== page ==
Once you’ve added a SQL Server instance to Amazon RDS, SQL Monitor will automatically collect and store all the ‘base’ metrics you require to monitor SQL Server’s consumption of CPU, memory, and disk I/O resources, including those critical metrics identified above, relating to IOPS performance.
You can analyze historical data for each of these metrics and get a baseline to identify unusual patterns of activity. You will receive alerts for any problems, SQL Server errors or abnormal performance conditions, and these alerts will appear on the activity graph timeline (seen at the top of the previous figure), so you can review them directly within the context of SQL Server activity around the time the problem occurred. You can also annotate this activity timeline with events, such as deployments, to assess their impact.
From here, you can drill down to see the top 10 queries and waits, with historical data, detailed analysis of the problem, and query plans to help you diagnose and solve issues quickly.
We also provide information on blocking processes, SQL user processes, latches and locks, and disk usage in short, everything you need to successfully maintain a healthy Amazon RDS SQL Server instance. You can also easily add custom metrics tailored to your specific requirements for each application and business process.
Finally, you’ll also be able to use SQL Monitor’s advanced tempdb metrics (also new in SQL Monitor 11) to diagnose the sessions, databases and applications that are the cause of contention issues, or of rapid tempdb growth, for example.
Managing migrations to Amazon RDS with SQL Monitor
If you are moving your on-premises servers onto a cloud hosting platform, as many organizations are doing this year, monitoring needs to be integral to the project.
First, you will want to benchmark the performance, availability, and other relevant metrics of your on-prem servers. These are your business-as-usual metrics, including the key performance metrics such as disk transfers per second (IOPS) that are likely to change in the virtualized environment in AWS, which will determine the success of a migration. It’s recommended you collect at least 30 days of data, but the longer you are monitoring prior to migration the better.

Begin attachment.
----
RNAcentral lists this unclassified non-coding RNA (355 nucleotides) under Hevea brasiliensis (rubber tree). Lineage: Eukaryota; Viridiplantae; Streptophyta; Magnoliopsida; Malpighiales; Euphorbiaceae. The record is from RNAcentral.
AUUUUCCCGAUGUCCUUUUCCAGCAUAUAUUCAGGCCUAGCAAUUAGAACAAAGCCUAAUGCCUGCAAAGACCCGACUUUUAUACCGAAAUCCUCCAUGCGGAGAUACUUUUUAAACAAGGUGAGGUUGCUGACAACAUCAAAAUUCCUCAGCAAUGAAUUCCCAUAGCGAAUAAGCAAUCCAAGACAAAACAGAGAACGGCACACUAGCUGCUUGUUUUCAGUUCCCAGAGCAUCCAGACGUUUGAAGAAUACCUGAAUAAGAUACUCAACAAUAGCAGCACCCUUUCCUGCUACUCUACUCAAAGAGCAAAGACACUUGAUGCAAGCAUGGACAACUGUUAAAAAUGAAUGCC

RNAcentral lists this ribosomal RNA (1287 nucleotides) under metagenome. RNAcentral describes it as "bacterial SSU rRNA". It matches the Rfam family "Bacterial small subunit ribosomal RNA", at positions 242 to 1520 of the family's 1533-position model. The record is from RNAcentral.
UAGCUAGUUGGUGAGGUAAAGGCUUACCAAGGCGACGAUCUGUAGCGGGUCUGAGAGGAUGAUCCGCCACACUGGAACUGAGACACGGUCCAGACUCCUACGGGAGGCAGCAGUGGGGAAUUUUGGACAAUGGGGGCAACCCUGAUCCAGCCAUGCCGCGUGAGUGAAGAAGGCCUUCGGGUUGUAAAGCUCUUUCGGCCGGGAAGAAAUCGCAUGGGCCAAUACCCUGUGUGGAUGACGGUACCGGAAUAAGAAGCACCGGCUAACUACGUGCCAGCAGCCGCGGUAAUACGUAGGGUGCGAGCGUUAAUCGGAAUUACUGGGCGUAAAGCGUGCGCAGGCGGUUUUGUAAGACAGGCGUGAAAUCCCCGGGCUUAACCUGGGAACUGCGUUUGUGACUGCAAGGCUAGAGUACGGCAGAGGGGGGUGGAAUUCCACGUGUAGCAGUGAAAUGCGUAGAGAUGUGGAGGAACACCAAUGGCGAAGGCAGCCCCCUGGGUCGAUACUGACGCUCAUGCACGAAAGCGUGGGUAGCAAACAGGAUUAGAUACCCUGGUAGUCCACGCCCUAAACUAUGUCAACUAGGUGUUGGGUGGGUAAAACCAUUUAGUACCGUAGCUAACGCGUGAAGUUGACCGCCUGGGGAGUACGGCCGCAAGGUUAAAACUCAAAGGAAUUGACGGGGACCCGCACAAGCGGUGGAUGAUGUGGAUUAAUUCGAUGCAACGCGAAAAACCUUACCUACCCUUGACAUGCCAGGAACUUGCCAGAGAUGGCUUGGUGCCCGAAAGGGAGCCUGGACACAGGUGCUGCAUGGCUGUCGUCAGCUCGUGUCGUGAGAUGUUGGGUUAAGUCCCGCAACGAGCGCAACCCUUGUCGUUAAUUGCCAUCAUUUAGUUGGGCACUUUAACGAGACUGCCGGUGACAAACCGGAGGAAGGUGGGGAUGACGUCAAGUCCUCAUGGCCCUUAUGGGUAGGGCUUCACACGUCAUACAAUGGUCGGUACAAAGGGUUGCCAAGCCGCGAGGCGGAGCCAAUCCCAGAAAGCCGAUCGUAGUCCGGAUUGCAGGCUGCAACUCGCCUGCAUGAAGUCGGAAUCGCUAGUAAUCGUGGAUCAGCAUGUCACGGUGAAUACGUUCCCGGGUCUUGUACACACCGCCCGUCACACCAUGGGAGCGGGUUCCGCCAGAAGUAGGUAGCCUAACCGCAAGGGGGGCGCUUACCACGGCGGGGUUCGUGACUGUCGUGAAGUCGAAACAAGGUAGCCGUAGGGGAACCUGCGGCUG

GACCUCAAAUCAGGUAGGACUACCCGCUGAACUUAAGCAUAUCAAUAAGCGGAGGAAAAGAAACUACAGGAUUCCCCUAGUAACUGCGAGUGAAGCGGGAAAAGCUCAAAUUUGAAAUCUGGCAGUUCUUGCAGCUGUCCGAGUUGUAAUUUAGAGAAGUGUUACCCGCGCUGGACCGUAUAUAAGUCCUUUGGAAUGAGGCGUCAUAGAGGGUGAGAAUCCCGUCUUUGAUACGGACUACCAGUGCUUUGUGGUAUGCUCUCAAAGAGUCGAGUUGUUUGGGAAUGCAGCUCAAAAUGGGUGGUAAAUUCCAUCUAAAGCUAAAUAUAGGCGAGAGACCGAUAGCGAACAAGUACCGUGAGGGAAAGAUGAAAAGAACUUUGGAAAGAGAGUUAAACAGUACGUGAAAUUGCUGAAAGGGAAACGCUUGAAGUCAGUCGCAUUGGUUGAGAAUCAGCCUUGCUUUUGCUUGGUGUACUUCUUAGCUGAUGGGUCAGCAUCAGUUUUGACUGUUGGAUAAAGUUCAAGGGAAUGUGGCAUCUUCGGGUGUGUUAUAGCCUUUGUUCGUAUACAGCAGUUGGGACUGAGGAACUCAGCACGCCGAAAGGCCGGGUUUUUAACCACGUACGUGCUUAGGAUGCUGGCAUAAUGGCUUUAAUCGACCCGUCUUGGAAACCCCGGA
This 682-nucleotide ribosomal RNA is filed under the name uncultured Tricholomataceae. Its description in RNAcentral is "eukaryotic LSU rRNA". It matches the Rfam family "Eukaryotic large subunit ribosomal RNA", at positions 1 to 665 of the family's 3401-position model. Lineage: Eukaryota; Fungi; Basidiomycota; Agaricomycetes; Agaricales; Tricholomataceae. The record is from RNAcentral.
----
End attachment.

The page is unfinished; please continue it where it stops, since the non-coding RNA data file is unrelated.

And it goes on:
Next, you should monitor the performance of your databases immediately post-migration to ensure they are available and running as expected.
Once you are satisfied that your migrated databases are behaving as expected, you can begin to monitor your new Amazon RDS-hosted instances to see how performance has changed. Hopefully, it will have improved and give you the data you need to make a business case for future migrations. You may even be able to identify cost-saving opportunities, such as under-utilized instances or those with declining capacity requirements.
Once you’ve completed your migrations you will have the benefit of monitoring your Amazon RDS hosted instances in exactly the same way as you have monitored your on-premises instances, bringing consistency and familiarity to you and your team’s work.
Monitor your SQL Server estate through a single pane of glass
With addition Amazon RDS monitoring in version 11, SQL Monitor now enables you to monitor your entire SQL Server estate regardless of how it is hosted. This means that servers hosted in different data centres or different cloud platforms for business, security or organizational reasons can be seen in one central dashboard, for optimal responsiveness.
You can be sure availability and performance are prioritized for business-critical instances, and you can also be confident that any compliance requirements can be easily maintained through simple categorization and alert management.
You can get started with SQL Monitor by downloading a free trial.
You can learn more about monitoring Amazon RDS with SQL Monitor in this webinar, where AWS experts at Redgate will take you through the benefits of monitoring your entire estate from a single pane of glass.